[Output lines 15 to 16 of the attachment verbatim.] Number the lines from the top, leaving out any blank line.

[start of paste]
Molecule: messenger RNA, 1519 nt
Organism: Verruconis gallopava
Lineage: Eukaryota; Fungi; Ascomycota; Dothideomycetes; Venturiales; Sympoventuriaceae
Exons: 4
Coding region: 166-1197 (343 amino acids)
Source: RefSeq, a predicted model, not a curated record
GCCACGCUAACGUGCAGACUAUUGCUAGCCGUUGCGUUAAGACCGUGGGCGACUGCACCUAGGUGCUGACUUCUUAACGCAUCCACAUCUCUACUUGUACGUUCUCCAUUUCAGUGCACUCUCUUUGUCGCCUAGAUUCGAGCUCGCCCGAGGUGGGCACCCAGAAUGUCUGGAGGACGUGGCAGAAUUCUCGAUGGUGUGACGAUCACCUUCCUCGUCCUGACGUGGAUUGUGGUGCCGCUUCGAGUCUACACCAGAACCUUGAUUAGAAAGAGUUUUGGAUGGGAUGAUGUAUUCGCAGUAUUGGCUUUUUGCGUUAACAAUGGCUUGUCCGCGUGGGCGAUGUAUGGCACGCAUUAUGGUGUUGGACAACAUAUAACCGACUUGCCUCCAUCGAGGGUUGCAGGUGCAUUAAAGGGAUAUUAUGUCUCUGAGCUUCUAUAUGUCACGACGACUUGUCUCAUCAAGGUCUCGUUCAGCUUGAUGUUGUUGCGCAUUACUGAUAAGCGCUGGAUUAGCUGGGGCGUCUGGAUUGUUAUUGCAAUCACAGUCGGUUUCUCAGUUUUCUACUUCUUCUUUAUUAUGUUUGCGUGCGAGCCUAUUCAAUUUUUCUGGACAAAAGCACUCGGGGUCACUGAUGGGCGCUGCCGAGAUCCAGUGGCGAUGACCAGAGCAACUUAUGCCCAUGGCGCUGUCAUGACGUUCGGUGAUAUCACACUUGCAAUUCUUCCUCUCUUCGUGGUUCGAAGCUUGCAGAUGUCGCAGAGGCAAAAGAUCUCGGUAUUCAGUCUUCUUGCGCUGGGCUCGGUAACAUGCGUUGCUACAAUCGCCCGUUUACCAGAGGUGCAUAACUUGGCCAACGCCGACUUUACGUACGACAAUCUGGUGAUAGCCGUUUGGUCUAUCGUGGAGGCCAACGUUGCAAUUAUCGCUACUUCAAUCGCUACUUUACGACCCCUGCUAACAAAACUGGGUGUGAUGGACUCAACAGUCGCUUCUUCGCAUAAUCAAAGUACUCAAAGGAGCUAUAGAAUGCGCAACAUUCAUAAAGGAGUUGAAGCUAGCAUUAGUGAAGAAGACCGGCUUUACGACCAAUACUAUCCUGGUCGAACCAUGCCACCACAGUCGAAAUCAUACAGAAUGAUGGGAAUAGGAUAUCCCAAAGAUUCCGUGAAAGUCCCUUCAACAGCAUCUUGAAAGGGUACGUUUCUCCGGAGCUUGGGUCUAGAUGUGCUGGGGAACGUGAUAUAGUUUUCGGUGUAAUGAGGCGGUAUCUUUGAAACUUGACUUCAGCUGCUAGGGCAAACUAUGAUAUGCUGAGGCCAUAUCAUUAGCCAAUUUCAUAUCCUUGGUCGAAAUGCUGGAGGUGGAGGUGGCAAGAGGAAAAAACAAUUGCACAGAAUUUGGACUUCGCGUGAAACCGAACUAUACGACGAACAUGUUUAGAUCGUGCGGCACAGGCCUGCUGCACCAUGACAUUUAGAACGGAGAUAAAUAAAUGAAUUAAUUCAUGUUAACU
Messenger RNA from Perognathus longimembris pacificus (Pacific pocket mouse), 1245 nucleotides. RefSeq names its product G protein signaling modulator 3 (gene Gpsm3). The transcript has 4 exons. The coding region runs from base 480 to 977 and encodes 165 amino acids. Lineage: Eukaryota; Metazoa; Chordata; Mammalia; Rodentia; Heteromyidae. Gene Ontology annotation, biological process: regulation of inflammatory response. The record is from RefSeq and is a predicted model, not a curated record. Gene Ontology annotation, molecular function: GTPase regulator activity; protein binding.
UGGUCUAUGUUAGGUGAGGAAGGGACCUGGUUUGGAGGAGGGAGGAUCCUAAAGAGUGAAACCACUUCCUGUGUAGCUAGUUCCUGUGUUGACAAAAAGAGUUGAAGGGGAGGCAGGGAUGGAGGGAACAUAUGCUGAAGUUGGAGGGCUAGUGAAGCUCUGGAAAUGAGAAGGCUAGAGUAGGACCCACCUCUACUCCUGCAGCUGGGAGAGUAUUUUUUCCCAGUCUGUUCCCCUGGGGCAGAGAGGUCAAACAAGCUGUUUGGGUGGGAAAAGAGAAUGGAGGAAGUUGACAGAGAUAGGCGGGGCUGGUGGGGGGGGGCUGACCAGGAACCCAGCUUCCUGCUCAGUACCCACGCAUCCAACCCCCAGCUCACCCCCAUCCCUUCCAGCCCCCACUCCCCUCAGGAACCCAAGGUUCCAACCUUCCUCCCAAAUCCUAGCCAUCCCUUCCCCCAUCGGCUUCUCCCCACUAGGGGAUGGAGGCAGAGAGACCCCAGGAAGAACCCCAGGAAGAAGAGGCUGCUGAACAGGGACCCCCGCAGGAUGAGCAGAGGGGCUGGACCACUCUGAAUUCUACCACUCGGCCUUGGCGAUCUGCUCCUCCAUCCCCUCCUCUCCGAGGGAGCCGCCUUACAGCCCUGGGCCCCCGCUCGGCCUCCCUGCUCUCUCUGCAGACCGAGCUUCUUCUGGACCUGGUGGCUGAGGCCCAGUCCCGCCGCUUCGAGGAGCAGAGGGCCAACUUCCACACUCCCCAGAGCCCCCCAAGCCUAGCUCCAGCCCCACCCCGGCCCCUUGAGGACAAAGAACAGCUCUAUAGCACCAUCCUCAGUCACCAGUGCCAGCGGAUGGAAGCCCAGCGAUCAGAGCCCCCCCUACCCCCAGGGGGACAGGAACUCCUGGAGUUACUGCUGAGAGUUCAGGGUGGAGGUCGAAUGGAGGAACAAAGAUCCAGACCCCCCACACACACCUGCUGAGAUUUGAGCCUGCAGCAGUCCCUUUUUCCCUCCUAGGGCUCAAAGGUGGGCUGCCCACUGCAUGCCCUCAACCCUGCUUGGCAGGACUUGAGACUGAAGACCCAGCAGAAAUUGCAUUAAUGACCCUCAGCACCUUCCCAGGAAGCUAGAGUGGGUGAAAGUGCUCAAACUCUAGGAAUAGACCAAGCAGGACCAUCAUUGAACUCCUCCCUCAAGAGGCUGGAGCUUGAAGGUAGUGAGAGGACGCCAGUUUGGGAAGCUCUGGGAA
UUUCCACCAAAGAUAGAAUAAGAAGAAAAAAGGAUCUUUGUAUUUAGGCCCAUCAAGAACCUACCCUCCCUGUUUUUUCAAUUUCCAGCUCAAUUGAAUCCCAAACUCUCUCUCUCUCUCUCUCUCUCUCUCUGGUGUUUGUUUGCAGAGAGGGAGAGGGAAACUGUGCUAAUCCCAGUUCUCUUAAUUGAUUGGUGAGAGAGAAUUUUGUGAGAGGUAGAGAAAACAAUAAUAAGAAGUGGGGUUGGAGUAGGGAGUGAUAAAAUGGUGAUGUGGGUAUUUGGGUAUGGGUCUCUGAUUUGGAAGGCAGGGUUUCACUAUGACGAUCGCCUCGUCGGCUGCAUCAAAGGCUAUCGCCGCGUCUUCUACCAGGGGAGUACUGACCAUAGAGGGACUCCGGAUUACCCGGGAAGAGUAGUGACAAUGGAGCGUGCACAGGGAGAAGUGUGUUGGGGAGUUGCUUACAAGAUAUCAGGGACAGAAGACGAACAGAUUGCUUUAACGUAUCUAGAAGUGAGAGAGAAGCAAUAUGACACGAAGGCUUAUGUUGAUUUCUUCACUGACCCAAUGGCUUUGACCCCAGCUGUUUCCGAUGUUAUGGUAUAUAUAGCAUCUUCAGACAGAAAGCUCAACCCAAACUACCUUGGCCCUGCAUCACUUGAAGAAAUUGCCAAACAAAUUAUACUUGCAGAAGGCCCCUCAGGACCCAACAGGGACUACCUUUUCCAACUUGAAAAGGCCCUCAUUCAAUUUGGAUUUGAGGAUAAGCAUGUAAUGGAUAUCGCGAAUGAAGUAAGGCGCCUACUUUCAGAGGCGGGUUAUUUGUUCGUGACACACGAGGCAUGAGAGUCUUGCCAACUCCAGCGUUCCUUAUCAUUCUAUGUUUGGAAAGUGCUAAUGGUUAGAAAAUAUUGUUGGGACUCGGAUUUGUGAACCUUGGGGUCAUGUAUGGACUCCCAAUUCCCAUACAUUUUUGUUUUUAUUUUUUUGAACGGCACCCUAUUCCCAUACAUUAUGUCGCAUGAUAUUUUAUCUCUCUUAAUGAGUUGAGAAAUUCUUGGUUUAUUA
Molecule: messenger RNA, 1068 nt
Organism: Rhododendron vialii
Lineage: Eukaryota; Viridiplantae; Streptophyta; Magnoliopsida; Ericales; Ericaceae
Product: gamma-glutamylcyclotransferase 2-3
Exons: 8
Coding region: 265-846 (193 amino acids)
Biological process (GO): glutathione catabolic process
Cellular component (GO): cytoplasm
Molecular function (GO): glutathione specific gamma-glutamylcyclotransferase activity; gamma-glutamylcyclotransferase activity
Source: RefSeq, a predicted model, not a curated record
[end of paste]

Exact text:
Exons: 8
Coding region: 265-846 (193 amino acids)